We Americans can learn some things about living from other cultures. Consider these words.
Ukeireru. Ukeireru means much more than self-acceptance. It means acceptance of our relationships in our families, in school, at work, and in our communities. It means accepting others. It means accepting reality and creating contexts that broaden the narrow, confining, and exhausting perspective of Self
The plan is to accept yourself, your family, your friends, your colleagues, and your community. As you do this, you might be able to understand other points of view. If you’re not self-aware, and you lack a state of calm self-awareness, you won’t be able to change things—especially not the conditions that created or contributed to stress in the first place.
Lagom. Etymologically, the word ‘lagom’ is an Old Norse form of the word ‘law’, and it also means ‘team’ in Swedish. But culturally, the roots of lagom are tied back to communal times of the Vikings, when they gathered around the fire after a hard day’s work and passed around horns filled with mead, a honey-fermented beverage. Everyone was expected to sip just their fair share so others could have enough to drink as well. This ‘laget om’ (‘sitting around the team’) has been shortened to ‘lagom’ over centuries.
Often said to be untranslatable, lagom is usually described as the Goldilocks principle of ‘not too little, not too much, just right’, which implies everything in moderation. But the true reason it’s difficult to translate is because it mutates, changing meaning in different situations and within various contexts.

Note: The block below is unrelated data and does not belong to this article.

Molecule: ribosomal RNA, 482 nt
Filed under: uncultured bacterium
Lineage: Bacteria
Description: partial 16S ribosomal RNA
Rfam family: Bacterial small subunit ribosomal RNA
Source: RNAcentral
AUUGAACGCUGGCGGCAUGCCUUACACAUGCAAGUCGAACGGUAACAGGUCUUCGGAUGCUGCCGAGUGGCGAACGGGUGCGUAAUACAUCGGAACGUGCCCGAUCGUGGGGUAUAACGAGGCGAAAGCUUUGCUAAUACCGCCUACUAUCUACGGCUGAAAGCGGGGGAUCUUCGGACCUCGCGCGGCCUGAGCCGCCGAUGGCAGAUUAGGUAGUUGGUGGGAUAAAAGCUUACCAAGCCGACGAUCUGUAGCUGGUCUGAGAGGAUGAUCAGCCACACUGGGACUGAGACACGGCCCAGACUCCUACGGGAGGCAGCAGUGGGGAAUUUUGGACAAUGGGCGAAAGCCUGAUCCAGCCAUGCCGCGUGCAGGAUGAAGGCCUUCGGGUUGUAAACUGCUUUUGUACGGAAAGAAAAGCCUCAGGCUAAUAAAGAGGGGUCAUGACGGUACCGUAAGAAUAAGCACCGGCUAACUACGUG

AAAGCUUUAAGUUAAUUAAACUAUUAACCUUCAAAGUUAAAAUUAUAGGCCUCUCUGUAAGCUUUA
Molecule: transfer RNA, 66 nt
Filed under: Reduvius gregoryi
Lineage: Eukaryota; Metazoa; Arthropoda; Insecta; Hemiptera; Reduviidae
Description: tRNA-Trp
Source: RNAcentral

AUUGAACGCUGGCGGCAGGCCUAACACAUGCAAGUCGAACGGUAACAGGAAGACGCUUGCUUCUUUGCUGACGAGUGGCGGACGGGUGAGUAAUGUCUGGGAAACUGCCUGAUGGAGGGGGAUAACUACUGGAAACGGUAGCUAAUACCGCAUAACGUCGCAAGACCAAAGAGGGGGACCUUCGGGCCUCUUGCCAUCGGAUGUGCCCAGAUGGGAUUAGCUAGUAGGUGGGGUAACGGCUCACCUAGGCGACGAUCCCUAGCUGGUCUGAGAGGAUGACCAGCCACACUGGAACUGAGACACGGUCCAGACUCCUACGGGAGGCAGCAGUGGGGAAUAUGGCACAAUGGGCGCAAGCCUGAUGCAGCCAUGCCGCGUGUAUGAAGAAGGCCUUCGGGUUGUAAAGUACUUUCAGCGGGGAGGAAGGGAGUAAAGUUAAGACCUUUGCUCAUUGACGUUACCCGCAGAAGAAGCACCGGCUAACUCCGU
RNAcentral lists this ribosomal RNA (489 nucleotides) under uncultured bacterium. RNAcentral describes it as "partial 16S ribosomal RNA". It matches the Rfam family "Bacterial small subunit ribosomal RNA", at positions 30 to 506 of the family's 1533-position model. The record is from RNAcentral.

Jakoś to będzie. In Poland, the concept of ‘Jakoś to będzie’ is acting without worrying about the consequences. It’s reaching for the impossible. It’s taking risks, and not being afraid. Literally, the phrase means ‘things will work out in the end’ – but it’s so much more than that. Rather than sitting around and hoping things will work out by themselves, ‘Jakoś to będzie’ is acting without worrying about the consequences. It’s reaching for the impossible. It’s taking risks, and not being afraid. “It’s the unwavering certainty that we can do anything, no matter what obstacles we face along the way,” said Beata Chomątowska.
Gezellig. Locals will tell you that the word can not be translated. Its meaning includes everything from cozy to friendly, from comfortable to relaxing, and from enjoyable to gregarious. Literally, it means cozy, quaint, or nice, but can also connote time spent with loved ones, seeing a friend after a long absence, or general togetherness.” A brown café is gezellig. A dentist’s waiting room is not — though it can be gezellig if your friends accompany you, particularly if they are gezellig. An evening on the town with friends is gezellig, especially if you have dinner at a gezellig restaurant, see a good movie, and finish with a drink at a gezellige pub. Trying to entertain the inlaws-from-hell is definitely not gezellig.